The Nizkor Project: Remembering the Holocaust (Shoah)

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Last-Modified: 1999/11/27

Not only the ministry of the defendant Speer, but especially
other authorities within the state administration, were
concerned with that question, which the prosecution has
brought to the notice of the Tribunal, and the authorities
overlapped each other in regard to jurisdiction. Many times
the jurisdiction of a single authority could not be
determined, so that from time to time a solution would have
to be found. These are all questions of importance, if the
Tribunal is to judge to what extent this or that accusation
of the prosecution, especially concerning the employment of
foreign workers, is well founded. In addition we have to
consider that that defendant, originally involved in this
complex of economic questions, who could have helped very
much, to clear up the question of jurisdiction, the
defendant Ley, who, as head of the German Labour Front,
played an important role in the question of labour
employment, that is, the taking care of the labourers
utilized - that this defendant Ley is no longer here. The
question of the use of foreign labour of which the defendant
Speer is in the main accused by the prosecution, must be
discussed further. For this reason I requested that an
expert be allowed to clear up these purely technical
questions of the employment of labour as a help to the

The selection of such an expert is not easy. I proposed that
one of the gentlemen who work in the Economic Branch in
Washington might have examined the question of Speer's
ministry; and might appear as an expert before this
Tribunal. As I was told, this office does not exist any
more, and the persons of whom the defendant Speer had the
impression, on the occasion of an interrogation, that they
really understood the situation, are no longer available.
But, there is still an Allied authority here, which is
concerned with, in all probability, economic questions; and
perhaps it would be possible to select a suitable person
within the circle of gentlemen who are working here, who
would be in a position to clear up these questions for the
benefit of the Tribunal.

I turn now to the question of witnesses. First of all I have
to correct a wrong impression which may have been formed by
the prosecution. If it is said that witnesses Nos. 1 to 5 -
no, 1 to 6, 8, and 10 and 12 . . .

THE PRESIDENT: If you are leaving now the question of the
panel of experts, this would be a convenient time to break
off for the recess.

(A recess was taken.)

DR. FLAECHSNER: Mr. President, I am now turning to the
question of witnesses and should like to make a general
remark before I start.

The evidence to be offered by the witnesses, as I have
already requested in writing, is somewhat more extensive for
this reason: that those very witnesses who would have had
the most comprehensive knowledge cannot be called. Those are
the former chiefs of army armaments, General Fromm, and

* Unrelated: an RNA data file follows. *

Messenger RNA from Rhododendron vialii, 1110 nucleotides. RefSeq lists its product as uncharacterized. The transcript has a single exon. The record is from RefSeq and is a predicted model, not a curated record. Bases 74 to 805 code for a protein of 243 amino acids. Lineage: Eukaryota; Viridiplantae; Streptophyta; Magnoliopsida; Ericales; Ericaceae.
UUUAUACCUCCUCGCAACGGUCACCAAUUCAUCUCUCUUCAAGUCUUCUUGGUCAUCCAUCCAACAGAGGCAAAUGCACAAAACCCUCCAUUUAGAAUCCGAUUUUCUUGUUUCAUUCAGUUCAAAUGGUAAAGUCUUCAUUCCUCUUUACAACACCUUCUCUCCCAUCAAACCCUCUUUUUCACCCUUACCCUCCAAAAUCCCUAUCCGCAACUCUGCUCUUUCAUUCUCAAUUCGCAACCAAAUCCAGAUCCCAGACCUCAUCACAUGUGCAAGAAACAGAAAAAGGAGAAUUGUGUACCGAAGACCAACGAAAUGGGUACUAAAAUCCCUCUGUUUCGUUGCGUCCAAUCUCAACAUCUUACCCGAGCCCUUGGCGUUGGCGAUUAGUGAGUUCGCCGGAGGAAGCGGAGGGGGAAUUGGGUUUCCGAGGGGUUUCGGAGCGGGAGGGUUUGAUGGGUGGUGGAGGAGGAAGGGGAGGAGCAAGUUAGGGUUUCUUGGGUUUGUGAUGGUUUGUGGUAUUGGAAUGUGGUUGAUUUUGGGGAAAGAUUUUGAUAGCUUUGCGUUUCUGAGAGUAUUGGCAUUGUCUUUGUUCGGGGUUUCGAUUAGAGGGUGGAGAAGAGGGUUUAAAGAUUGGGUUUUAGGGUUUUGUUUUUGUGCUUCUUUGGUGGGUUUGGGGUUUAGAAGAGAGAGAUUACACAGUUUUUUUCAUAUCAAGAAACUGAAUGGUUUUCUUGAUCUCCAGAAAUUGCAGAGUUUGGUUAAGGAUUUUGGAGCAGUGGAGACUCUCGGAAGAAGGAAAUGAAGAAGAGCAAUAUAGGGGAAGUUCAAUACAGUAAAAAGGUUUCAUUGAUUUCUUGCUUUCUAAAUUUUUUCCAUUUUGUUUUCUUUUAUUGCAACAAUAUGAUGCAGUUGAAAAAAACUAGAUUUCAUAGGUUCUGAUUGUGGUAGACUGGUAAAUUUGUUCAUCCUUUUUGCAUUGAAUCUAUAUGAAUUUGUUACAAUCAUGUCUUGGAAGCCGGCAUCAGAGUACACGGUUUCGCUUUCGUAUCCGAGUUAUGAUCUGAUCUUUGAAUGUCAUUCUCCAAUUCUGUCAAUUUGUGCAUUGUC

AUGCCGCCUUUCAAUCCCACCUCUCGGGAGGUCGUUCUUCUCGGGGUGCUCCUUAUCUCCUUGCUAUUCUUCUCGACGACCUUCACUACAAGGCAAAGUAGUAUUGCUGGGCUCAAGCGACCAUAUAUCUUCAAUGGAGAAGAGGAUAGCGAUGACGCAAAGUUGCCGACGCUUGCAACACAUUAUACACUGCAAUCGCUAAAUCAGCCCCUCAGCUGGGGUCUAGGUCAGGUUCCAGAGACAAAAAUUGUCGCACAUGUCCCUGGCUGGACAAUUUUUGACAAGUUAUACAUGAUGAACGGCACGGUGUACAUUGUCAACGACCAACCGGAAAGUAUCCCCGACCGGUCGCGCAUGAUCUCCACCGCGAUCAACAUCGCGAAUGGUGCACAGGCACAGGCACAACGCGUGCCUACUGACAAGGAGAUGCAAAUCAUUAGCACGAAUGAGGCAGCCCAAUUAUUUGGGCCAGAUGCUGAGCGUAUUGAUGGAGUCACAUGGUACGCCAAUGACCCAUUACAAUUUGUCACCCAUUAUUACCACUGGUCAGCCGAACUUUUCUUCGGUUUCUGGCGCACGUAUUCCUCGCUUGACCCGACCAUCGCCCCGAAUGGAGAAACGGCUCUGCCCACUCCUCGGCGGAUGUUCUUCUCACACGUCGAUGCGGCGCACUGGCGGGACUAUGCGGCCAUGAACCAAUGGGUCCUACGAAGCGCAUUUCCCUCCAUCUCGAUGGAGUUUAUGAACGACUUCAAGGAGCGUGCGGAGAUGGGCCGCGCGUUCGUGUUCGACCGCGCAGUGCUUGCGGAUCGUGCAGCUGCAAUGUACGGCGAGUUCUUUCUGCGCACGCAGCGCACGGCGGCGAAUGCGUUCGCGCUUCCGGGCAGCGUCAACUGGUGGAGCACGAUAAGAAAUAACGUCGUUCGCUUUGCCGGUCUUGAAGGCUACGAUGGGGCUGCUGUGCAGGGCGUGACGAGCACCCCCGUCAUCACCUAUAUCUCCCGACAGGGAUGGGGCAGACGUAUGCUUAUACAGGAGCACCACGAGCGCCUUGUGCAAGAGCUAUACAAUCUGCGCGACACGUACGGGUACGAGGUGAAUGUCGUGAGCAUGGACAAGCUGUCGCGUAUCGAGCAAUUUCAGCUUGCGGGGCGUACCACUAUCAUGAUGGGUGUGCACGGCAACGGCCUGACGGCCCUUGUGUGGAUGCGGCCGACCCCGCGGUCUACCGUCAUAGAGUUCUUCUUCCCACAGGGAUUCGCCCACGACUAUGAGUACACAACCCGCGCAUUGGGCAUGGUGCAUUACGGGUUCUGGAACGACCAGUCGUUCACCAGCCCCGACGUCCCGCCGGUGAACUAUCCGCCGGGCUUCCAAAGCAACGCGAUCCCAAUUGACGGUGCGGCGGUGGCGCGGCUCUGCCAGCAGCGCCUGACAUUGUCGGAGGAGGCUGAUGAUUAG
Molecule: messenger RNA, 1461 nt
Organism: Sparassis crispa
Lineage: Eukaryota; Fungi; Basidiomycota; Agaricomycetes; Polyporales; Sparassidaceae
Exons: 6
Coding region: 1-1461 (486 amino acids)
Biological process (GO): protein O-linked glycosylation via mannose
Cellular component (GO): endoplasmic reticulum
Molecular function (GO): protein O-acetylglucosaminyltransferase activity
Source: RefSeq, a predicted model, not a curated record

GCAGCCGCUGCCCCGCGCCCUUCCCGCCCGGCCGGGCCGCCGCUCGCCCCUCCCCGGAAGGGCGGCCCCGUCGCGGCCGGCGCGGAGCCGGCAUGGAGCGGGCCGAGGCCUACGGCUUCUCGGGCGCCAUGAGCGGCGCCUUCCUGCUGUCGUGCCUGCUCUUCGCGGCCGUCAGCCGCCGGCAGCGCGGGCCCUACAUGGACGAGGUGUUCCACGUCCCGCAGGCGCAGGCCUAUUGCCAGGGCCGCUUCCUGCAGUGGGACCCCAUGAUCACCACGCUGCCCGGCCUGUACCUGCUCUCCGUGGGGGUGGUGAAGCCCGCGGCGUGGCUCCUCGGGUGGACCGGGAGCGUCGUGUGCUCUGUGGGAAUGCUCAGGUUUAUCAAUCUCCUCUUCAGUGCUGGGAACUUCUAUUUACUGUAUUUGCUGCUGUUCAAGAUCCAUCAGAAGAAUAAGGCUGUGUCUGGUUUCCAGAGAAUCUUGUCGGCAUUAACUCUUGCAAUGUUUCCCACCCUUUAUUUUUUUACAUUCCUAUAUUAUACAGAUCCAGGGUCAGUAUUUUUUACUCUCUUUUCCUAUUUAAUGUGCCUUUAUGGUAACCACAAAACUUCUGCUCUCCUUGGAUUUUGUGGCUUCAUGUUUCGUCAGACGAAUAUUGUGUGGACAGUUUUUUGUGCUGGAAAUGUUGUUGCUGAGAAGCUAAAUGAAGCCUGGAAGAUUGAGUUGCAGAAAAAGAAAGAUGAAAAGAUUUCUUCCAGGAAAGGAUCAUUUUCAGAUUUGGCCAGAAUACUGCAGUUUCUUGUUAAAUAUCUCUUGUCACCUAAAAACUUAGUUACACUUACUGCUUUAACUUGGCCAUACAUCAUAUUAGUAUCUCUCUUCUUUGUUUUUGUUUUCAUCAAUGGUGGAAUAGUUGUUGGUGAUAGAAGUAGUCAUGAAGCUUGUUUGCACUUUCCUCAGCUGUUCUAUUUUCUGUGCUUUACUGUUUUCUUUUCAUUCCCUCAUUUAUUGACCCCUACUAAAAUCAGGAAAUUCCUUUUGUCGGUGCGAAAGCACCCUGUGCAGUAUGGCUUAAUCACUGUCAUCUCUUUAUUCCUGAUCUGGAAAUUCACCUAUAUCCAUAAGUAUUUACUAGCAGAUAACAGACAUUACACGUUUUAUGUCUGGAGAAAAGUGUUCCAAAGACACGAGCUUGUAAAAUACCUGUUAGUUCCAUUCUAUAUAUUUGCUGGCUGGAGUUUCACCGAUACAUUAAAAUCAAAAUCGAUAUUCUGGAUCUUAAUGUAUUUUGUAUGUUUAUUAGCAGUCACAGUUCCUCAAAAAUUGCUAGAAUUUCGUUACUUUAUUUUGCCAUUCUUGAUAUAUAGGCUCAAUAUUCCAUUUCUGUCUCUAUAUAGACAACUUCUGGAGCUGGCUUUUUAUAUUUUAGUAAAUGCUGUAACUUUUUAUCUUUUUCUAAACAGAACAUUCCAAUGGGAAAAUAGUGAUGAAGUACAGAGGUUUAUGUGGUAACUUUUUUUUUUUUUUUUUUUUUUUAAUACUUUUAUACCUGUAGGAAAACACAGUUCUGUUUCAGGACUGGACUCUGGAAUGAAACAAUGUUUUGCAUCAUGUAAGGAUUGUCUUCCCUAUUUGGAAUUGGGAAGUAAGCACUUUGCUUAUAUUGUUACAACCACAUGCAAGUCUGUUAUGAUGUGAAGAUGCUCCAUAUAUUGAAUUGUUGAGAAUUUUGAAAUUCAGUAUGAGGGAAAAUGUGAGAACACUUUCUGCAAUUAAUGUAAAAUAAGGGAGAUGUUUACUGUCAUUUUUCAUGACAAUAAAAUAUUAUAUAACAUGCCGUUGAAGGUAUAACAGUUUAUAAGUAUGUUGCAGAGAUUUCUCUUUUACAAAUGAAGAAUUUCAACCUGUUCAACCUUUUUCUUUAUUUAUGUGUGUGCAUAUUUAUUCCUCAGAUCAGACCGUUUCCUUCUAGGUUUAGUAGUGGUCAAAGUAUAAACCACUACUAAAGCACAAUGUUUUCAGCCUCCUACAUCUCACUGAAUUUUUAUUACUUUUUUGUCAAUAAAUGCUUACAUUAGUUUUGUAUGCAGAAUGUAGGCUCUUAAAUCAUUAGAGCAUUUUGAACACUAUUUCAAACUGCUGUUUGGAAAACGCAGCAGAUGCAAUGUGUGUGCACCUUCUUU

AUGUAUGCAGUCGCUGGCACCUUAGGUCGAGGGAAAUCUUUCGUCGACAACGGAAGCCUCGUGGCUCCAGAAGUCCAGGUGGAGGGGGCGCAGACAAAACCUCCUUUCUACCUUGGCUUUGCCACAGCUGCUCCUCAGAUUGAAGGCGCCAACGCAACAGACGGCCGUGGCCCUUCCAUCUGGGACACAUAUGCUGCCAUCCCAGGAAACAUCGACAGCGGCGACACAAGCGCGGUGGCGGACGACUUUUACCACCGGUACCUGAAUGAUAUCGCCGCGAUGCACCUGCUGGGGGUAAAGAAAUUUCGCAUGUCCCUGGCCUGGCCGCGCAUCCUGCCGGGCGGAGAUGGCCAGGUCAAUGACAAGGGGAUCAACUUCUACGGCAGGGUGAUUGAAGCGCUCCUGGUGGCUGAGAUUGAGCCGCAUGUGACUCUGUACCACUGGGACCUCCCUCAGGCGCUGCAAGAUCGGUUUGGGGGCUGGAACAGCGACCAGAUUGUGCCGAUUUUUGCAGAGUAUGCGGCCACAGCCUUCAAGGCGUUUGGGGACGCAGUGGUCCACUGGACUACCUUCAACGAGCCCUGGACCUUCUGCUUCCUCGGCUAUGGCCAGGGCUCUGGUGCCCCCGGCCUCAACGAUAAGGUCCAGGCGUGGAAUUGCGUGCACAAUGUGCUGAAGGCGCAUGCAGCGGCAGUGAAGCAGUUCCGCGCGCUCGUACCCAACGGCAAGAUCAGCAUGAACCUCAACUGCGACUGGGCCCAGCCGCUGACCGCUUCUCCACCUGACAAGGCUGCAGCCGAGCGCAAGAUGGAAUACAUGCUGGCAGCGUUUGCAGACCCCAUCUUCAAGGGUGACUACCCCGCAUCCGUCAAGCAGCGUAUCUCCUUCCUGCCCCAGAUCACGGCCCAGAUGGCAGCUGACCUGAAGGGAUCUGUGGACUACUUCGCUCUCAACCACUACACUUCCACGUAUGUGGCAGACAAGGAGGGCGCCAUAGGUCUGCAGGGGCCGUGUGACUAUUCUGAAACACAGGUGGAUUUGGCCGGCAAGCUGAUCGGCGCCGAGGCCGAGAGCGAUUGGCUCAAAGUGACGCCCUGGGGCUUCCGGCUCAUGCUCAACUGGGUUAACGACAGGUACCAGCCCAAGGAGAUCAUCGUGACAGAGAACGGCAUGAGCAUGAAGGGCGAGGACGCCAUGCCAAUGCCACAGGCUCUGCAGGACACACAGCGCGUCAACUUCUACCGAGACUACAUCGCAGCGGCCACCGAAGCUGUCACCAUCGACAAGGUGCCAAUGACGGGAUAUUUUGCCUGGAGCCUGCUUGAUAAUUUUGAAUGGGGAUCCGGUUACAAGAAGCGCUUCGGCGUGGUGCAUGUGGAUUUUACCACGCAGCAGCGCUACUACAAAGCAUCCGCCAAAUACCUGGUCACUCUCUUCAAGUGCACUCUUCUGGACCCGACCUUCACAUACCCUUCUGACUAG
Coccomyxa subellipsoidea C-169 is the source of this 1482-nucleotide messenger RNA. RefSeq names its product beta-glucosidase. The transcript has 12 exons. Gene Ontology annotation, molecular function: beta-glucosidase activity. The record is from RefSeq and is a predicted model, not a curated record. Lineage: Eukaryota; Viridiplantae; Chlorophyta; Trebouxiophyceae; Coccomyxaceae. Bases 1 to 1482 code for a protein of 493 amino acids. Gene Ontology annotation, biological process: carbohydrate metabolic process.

Schieber who for many years was the chief of the central
office in Speer's ministry. The names which I have included
in my list are in part, men who only later were called to
these tasks. Witness Hupfauer, for instance, who is listed
as No. 1, was active

                                                  [Page 212]

in this function only from 1st January, 1945, on, that is,
barely four months, as chief of the central office, an
office formerly held by the previously-mentioned Schieber.

I know very well that if I mention a number of witnesses who
were employed in Speer's ministry, the appearance is thereby
created that these witnesses might be cumulative because
they are questioned in regard to the same points. In reality
that is not the case. Indeed, although the witnesses
concerned were active in Speer's ministry, they were not
active as routine officials, that is, as professional civil
servants in an office.

Speer's ministry as a war institution was organized along
lines entirely different from those of a regular ministry.
The main functions were delegated to industrialists, who
took care of them in a sub-office. Rohland, witness No. 2,
was, for instance, by profession, a director of the United
Steel Works; witness No. 4 was director of the Zellwell
A.G.; witness No. 6, a manufacturer and owner of a textile
factory; witness No. 9, the director of the Upper Silesian
mining works and of Huetten A.G. In addition to these
functions, they had special functions in Speer's ministry.
Therefore, they can testify only on a small section, namely,
those functions delegated to them. I cannot follow
therefore, the suggestion of the prosecution, that only two
of these gentlemen be selected by me.

I do not know just how far each of these gentlemen is
informed on the questions which I shall submit to him. I am
not in the fortunate position of the prosecution, who can
question their witnesses in advance and find out what they
know. I must rely on an interrogatory and can only surmise
that they are in a position to answer the questions
submitted to them. If I were to follow the suggestion of the
prosecution and select only two or three of these gentlemen,
it may very well happen that I should select exactly the
wrong people, those who do not know anything. Therefore, I
cannot say that I could dispense with any one of these
witnesses, who are to be here on the main question in the
case against defendant Speer, namely, the employment of
foreign labourers.

In the list of witnesses, I mentioned briefly the
particulars about which these witnesses are to be heard. I
believe that it is unnecessary for me to make further
explanations in that regard; I believe my explanations are

Now I am turning to the question of witness No. 7. This
witness has already been granted me. I do not believe that